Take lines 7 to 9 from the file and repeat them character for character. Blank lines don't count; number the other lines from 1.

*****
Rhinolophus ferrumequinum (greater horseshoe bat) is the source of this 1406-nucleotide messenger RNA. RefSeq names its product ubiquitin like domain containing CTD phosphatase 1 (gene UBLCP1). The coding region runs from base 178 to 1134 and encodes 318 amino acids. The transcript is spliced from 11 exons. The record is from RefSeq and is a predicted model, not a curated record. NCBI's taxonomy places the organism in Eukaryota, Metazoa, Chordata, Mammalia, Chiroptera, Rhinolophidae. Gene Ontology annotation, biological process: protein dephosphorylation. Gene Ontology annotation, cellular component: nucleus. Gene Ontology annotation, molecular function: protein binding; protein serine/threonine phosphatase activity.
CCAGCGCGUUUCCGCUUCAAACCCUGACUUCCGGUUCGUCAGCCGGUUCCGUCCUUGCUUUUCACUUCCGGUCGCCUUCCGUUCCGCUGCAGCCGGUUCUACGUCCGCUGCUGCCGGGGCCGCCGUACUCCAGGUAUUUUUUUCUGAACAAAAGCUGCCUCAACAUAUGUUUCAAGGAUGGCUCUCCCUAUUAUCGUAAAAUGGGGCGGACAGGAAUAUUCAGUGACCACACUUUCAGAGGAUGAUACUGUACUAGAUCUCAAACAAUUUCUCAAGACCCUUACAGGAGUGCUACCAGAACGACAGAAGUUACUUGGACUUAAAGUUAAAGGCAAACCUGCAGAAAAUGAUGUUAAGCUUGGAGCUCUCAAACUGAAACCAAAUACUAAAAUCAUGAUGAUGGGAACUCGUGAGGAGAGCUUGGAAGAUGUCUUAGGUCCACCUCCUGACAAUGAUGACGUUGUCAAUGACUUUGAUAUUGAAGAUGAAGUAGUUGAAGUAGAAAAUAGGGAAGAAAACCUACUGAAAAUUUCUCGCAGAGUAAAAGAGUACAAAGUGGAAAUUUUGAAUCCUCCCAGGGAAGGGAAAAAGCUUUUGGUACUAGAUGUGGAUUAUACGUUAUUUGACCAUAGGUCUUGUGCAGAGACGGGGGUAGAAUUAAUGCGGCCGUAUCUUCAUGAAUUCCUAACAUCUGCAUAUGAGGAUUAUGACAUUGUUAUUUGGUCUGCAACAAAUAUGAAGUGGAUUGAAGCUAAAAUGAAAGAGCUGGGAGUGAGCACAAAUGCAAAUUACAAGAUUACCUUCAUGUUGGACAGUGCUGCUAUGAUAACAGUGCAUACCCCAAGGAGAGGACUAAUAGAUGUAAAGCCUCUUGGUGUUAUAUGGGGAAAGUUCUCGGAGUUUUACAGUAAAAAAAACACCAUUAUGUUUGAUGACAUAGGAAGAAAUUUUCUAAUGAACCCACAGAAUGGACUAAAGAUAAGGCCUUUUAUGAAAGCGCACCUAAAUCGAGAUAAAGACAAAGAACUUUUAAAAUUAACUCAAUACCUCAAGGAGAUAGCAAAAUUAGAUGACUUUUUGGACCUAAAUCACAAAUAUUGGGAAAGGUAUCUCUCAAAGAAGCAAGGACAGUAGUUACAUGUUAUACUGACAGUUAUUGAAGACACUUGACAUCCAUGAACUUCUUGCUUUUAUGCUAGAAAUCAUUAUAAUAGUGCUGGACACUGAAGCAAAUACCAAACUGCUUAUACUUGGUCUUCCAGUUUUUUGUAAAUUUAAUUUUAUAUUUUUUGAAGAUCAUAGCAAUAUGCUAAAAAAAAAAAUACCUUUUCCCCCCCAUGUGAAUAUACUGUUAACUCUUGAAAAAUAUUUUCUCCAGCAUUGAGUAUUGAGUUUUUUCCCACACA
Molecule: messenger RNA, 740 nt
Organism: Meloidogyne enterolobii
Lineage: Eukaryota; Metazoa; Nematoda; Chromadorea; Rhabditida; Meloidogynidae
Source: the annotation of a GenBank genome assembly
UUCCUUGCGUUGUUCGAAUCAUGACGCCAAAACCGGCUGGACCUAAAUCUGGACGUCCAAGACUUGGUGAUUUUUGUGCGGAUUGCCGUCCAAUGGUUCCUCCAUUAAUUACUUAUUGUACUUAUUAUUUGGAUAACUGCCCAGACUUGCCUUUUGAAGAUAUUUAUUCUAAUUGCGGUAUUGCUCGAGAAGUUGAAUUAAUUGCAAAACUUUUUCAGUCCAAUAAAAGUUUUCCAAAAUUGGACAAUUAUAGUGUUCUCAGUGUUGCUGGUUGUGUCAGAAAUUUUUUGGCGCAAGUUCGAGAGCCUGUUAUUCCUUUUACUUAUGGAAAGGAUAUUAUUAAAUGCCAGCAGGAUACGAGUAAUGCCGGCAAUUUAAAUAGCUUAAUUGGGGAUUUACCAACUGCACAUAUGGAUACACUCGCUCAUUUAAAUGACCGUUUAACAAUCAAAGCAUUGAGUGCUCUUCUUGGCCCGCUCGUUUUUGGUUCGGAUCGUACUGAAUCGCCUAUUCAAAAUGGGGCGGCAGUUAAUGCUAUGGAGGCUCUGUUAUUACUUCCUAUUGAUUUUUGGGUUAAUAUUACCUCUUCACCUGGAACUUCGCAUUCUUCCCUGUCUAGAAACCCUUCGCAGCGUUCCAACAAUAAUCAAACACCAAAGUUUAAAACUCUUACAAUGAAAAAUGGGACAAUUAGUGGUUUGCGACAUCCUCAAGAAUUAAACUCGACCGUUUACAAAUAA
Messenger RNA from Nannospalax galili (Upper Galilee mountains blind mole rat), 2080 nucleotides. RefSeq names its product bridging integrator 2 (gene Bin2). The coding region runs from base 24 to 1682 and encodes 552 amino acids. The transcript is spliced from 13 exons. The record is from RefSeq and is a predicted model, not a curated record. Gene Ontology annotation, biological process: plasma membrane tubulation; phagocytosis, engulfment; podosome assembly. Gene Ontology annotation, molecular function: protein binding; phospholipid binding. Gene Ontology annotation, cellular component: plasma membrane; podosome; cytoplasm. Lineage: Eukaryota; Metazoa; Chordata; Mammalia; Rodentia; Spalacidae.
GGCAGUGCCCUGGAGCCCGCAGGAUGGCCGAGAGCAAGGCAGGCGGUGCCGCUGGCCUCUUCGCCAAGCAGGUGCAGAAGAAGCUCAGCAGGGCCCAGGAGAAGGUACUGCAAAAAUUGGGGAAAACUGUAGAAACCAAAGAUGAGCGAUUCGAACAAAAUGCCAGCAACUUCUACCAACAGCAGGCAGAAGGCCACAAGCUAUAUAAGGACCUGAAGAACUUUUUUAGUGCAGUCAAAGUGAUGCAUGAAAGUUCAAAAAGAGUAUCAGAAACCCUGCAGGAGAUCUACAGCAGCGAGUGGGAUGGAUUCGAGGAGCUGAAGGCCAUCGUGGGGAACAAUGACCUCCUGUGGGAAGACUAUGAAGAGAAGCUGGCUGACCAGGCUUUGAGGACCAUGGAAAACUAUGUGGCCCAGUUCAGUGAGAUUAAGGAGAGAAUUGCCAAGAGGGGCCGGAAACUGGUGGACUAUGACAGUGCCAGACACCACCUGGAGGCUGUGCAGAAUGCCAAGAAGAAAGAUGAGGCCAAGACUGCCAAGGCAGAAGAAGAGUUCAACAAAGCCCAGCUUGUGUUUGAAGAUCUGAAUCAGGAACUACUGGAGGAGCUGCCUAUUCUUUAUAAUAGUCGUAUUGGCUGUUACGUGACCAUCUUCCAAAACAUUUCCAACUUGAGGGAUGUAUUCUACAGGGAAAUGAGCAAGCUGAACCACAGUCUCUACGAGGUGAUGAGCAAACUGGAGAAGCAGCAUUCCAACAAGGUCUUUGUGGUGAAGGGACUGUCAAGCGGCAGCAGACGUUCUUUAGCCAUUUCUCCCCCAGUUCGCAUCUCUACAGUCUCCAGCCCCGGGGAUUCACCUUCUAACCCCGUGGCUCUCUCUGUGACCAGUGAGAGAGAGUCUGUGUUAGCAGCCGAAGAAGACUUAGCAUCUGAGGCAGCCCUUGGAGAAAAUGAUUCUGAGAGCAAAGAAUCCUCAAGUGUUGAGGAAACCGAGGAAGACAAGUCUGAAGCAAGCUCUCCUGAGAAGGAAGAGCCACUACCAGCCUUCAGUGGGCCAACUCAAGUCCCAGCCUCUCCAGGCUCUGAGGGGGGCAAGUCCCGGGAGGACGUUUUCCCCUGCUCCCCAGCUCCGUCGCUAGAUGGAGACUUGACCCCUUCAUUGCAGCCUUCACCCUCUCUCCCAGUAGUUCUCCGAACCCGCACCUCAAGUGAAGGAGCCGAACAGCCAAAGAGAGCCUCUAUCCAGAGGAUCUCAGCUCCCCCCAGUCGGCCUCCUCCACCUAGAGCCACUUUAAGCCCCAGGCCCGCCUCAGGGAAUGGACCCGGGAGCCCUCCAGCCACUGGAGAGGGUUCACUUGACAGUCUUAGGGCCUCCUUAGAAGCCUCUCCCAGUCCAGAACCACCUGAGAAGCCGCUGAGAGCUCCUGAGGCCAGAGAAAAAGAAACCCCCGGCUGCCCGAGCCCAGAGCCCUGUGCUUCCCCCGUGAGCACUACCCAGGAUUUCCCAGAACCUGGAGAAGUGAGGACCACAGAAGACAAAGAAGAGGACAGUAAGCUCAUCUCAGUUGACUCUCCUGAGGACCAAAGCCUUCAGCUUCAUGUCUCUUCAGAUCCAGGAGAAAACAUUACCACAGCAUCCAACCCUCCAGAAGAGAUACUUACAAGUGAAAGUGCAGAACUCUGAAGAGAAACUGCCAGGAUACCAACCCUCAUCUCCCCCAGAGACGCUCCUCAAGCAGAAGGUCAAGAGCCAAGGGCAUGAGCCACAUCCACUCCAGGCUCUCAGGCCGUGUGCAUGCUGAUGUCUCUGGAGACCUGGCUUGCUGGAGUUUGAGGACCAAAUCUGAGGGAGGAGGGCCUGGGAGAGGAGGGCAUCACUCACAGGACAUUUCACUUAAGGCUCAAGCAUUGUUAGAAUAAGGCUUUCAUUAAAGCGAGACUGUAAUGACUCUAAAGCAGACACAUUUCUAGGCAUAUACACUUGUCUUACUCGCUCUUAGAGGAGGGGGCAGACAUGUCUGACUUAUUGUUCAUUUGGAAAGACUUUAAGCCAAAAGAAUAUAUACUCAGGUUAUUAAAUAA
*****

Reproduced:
UUCCUUGCGUUGUUCGAAUCAUGACGCCAAAACCGGCUGGACCUAAAUCUGGACGUCCAAGACUUGGUGAUUUUUGUGCGGAUUGCCGUCCAAUGGUUCCUCCAUUAAUUACUUAUUGUACUUAUUAUUUGGAUAACUGCCCAGACUUGCCUUUUGAAGAUAUUUAUUCUAAUUGCGGUAUUGCUCGAGAAGUUGAAUUAAUUGCAAAACUUUUUCAGUCCAAUAAAAGUUUUCCAAAAUUGGACAAUUAUAGUGUUCUCAGUGUUGCUGGUUGUGUCAGAAAUUUUUUGGCGCAAGUUCGAGAGCCUGUUAUUCCUUUUACUUAUGGAAAGGAUAUUAUUAAAUGCCAGCAGGAUACGAGUAAUGCCGGCAAUUUAAAUAGCUUAAUUGGGGAUUUACCAACUGCACAUAUGGAUACACUCGCUCAUUUAAAUGACCGUUUAACAAUCAAAGCAUUGAGUGCUCUUCUUGGCCCGCUCGUUUUUGGUUCGGAUCGUACUGAAUCGCCUAUUCAAAAUGGGGCGGCAGUUAAUGCUAUGGAGGCUCUGUUAUUACUUCCUAUUGAUUUUUGGGUUAAUAUUACCUCUUCACCUGGAACUUCGCAUUCUUCCCUGUCUAGAAACCCUUCGCAGCGUUCCAACAAUAAUCAAACACCAAAGUUUAAAACUCUUACAAUGAAAAAUGGGACAAUUAGUGGUUUGCGACAUCCUCAAGAAUUAAACUCGACCGUUUACAAAUAA
Messenger RNA from Nannospalax galili (Upper Galilee mountains blind mole rat), 2080 nucleotides. RefSeq names its product bridging integrator 2 (gene Bin2). The coding region runs from base 24 to 1682 and encodes 552 amino acids. The transcript is spliced from 13 exons. The record is from RefSeq and is a predicted model, not a curated record. Gene Ontology annotation, biological process: plasma membrane tubulation; phagocytosis, engulfment; podosome assembly. Gene Ontology annotation, molecular function: protein binding; phospholipid binding. Gene Ontology annotation, cellular component: plasma membrane; podosome; cytoplasm. Lineage: Eukaryota; Metazoa; Chordata; Mammalia; Rodentia; Spalacidae.
GGCAGUGCCCUGGAGCCCGCAGGAUGGCCGAGAGCAAGGCAGGCGGUGCCGCUGGCCUCUUCGCCAAGCAGGUGCAGAAGAAGCUCAGCAGGGCCCAGGAGAAGGUACUGCAAAAAUUGGGGAAAACUGUAGAAACCAAAGAUGAGCGAUUCGAACAAAAUGCCAGCAACUUCUACCAACAGCAGGCAGAAGGCCACAAGCUAUAUAAGGACCUGAAGAACUUUUUUAGUGCAGUCAAAGUGAUGCAUGAAAGUUCAAAAAGAGUAUCAGAAACCCUGCAGGAGAUCUACAGCAGCGAGUGGGAUGGAUUCGAGGAGCUGAAGGCCAUCGUGGGGAACAAUGACCUCCUGUGGGAAGACUAUGAAGAGAAGCUGGCUGACCAGGCUUUGAGGACCAUGGAAAACUAUGUGGCCCAGUUCAGUGAGAUUAAGGAGAGAAUUGCCAAGAGGGGCCGGAAACUGGUGGACUAUGACAGUGCCAGACACCACCUGGAGGCUGUGCAGAAUGCCAAGAAGAAAGAUGAGGCCAAGACUGCCAAGGCAGAAGAAGAGUUCAACAAAGCCCAGCUUGUGUUUGAAGAUCUGAAUCAGGAACUACUGGAGGAGCUGCCUAUUCUUUAUAAUAGUCGUAUUGGCUGUUACGUGACCAUCUUCCAAAACAUUUCCAACUUGAGGGAUGUAUUCUACAGGGAAAUGAGCAAGCUGAACCACAGUCUCUACGAGGUGAUGAGCAAACUGGAGAAGCAGCAUUCCAACAAGGUCUUUGUGGUGAAGGGACUGUCAAGCGGCAGCAGACGUUCUUUAGCCAUUUCUCCCCCAGUUCGCAUCUCUACAGUCUCCAGCCCCGGGGAUUCACCUUCUAACCCCGUGGCUCUCUCUGUGACCAGUGAGAGAGAGUCUGUGUUAGCAGCCGAAGAAGACUUAGCAUCUGAGGCAGCCCUUGGAGAAAAUGAUUCUGAGAGCAAAGAAUCCUCAAGUGUUGAGGAAACCGAGGAAGACAAGUCUGAAGCAAGCUCUCCUGAGAAGGAAGAGCCACUACCAGCCUUCAGUGGGCCAACUCAAGUCCCAGCCUCUCCAGGCUCUGAGGGGGGCAAGUCCCGGGAGGACGUUUUCCCCUGCUCCCCAGCUCCGUCGCUAGAUGGAGACUUGACCCCUUCAUUGCAGCCUUCACCCUCUCUCCCAGUAGUUCUCCGAACCCGCACCUCAAGUGAAGGAGCCGAACAGCCAAAGAGAGCCUCUAUCCAGAGGAUCUCAGCUCCCCCCAGUCGGCCUCCUCCACCUAGAGCCACUUUAAGCCCCAGGCCCGCCUCAGGGAAUGGACCCGGGAGCCCUCCAGCCACUGGAGAGGGUUCACUUGACAGUCUUAGGGCCUCCUUAGAAGCCUCUCCCAGUCCAGAACCACCUGAGAAGCCGCUGAGAGCUCCUGAGGCCAGAGAAAAAGAAACCCCCGGCUGCCCGAGCCCAGAGCCCUGUGCUUCCCCCGUGAGCACUACCCAGGAUUUCCCAGAACCUGGAGAAGUGAGGACCACAGAAGACAAAGAAGAGGACAGUAAGCUCAUCUCAGUUGACUCUCCUGAGGACCAAAGCCUUCAGCUUCAUGUCUCUUCAGAUCCAGGAGAAAACAUUACCACAGCAUCCAACCCUCCAGAAGAGAUACUUACAAGUGAAAGUGCAGAACUCUGAAGAGAAACUGCCAGGAUACCAACCCUCAUCUCCCCCAGAGACGCUCCUCAAGCAGAAGGUCAAGAGCCAAGGGCAUGAGCCACAUCCACUCCAGGCUCUCAGGCCGUGUGCAUGCUGAUGUCUCUGGAGACCUGGCUUGCUGGAGUUUGAGGACCAAAUCUGAGGGAGGAGGGCCUGGGAGAGGAGGGCAUCACUCACAGGACAUUUCACUUAAGGCUCAAGCAUUGUUAGAAUAAGGCUUUCAUUAAAGCGAGACUGUAAUGACUCUAAAGCAGACACAUUUCUAGGCAUAUACACUUGUCUUACUCGCUCUUAGAGGAGGGGGCAGACAUGUCUGACUUAUUGUUCAUUUGGAAAGACUUUAAGCCAAAAGAAUAUAUACUCAGGUUAUUAAAUAA